A couple of weeks ago, the London Riots were a mystery to a lot of people, including myself. How did they start and why were people destroying and looting neighborhood businesses? The news broadcasted pictures of distraught business owners, leaning up against what used to be their storefront, in awe of what transpired in little more than 48 hours. What started out as a peaceful protest over a man shot by police during an attempted arrest turned into a violent, post-apocalyptic scenario.
Things took a turn from seemingly peaceful to aggressive in one day. The word of the impending riot spread extremely fast, starting in Tottenham and reaching many other districts, including the Oxford Circus in the center of London. Many questions were asked about how these riots came to be, and there was one overarching answer: social media. Rioters were said to use Twitter and Blackberry Messenger to quickly organize and call to action.
There’s no doubt that social media has played an integral role in modern day protests and riots. It fueled the fire during the recent Egyptian Revolution and assisted in the upheaval of Tunisia, but was it the cause of it? In an article by the LA Times (written in January), Jared Cohen of Google Ideas, Google’s think tank, said that there is no such thing as a Twitter revolution; social media can only act as an accelerant to uprisings already underway. While social media allows for people who are passionate about the same idea to find each other and organize a movement, people still have to be willing to speak up and potentially risk their lives for a cause.
That being said, the London Riots were very different from those in Egypt and Tunisia. The riots in London originally stemmed from police brutality, but as tension built, it provided an excuse for gang activity and looting. Those with an already loose moral compass were able to steal, burn, and beat with a facade to hide behind, and easy access to mass communication platforms. Blackberry took some major heat from the UK government. 37% of UK teens use a Blackberry device according to a recent Ofcom study, and protesters were able to communicate through Blackberry Messenger and out of the scope of authority. Twitter also recently agreed to meet with the UK Home Secretary about its involvement. This comes shortly after Prime Minister David Cameron suggested that social media might need to be cut off to those suspected of plotting criminal activity. This is problematic for many reasons, namely: democracy. But also, what constitutes planning a riot? This extremely gray area might make for more trouble than progress.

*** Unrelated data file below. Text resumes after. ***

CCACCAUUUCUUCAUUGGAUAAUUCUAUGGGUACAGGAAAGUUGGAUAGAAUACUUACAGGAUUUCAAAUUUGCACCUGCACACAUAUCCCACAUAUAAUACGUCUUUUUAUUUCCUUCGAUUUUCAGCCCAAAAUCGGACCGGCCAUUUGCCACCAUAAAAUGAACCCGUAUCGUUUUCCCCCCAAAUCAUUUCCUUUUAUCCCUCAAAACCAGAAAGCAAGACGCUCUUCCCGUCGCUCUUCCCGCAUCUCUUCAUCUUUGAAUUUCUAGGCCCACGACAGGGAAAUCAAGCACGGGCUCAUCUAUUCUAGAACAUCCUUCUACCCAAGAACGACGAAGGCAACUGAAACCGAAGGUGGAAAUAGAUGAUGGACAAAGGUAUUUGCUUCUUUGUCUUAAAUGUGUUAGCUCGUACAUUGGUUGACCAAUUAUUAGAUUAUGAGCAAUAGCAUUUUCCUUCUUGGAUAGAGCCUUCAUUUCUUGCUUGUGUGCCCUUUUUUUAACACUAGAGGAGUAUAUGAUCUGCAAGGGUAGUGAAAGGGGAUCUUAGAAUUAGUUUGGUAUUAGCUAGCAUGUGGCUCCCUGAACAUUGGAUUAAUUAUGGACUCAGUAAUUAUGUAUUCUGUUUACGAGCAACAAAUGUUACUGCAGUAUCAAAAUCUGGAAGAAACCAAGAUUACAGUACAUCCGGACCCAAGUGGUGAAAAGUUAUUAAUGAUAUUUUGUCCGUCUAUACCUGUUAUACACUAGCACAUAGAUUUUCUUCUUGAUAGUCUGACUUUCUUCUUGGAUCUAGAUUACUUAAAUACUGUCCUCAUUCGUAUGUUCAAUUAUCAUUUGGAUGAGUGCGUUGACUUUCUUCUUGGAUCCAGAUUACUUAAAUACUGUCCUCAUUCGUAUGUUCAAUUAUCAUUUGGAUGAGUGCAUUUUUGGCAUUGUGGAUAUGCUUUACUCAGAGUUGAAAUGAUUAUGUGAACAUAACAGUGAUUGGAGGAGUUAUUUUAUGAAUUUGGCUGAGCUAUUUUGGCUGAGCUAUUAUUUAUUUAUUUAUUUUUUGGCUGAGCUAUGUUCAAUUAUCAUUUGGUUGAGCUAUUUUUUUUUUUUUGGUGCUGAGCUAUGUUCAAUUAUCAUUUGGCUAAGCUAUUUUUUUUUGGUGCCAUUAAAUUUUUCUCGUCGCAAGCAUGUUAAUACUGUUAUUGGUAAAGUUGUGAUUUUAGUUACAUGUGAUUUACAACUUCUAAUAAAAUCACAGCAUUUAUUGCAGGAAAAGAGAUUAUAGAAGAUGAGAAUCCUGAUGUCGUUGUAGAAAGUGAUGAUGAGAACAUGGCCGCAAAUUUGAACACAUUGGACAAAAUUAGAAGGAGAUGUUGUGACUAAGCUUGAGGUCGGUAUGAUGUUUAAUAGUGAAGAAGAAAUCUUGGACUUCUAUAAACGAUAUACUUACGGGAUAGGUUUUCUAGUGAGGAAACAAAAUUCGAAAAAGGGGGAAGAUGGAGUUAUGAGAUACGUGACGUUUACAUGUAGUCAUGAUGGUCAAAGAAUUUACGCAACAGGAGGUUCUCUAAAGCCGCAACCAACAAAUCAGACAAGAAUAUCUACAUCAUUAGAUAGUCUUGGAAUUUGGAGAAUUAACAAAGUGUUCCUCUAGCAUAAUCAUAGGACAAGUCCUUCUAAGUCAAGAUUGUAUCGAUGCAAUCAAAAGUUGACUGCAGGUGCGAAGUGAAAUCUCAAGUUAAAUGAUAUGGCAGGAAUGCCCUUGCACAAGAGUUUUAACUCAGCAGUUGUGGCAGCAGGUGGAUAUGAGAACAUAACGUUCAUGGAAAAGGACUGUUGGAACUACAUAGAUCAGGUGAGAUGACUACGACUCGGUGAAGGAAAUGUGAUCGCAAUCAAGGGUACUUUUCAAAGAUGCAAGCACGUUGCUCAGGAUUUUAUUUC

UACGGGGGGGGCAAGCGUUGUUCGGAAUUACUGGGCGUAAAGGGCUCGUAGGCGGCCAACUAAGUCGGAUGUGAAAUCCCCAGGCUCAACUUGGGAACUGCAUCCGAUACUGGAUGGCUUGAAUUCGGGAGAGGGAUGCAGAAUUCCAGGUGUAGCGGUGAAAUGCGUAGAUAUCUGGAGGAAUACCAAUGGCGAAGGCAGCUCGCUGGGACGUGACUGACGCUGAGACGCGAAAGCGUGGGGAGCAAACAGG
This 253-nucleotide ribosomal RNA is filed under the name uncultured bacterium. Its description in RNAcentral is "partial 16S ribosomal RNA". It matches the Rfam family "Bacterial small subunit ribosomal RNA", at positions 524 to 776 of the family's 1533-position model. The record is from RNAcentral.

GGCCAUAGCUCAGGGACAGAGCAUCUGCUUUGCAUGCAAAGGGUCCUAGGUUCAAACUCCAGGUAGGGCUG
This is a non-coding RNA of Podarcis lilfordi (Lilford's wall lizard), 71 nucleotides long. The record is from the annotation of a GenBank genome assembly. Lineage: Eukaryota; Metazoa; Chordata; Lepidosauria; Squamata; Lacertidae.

Social media is a very effective tool for mobilizing movements, but with these newfound tools also comes an easy way for government to trace where the upheaval is coming from. In some countries, this can mean a lifetime in prison or at least arrest, and the United States is no exception. On September 24, 2009, Elliot Madison was arrested for tweeting about police activity during a protest of the G20 conference in Pittsburg. According to Reuters, Madison was “charged with hindering apprehension or prosecution, criminal use of communication facility and, possessing instruments of crime — defined as telecommunications equipment.” Ironically, most of us never leave the house without our “instrument of crime.”
Though it may seem as if social media was playing the villain in the riots, it was also leveraged for good. Twitter was used to help clean up the destruction after the rioting. In less than 10 hours after creation, @RiotCleanup gained 50,000 followers. The account was used to broadcast locations and times of clean up and other ways to help. More than two weeks later, @RiotCleanup is now being used to inform followers of charities and auctions benefiting victims and businesses. Additionally, the Tumblr account “Catch a Looter” was created for people to submit images or names of known looters (it is no longer active).
Whether used for good or bad, times of disruption prove that social media is extremely powerful. However, social media cannot be solely blamed for the London Riots or any other movements accelerated by Twitter, Facebook or BBM. First there has to be an idea, if it’s spread or not is up to you.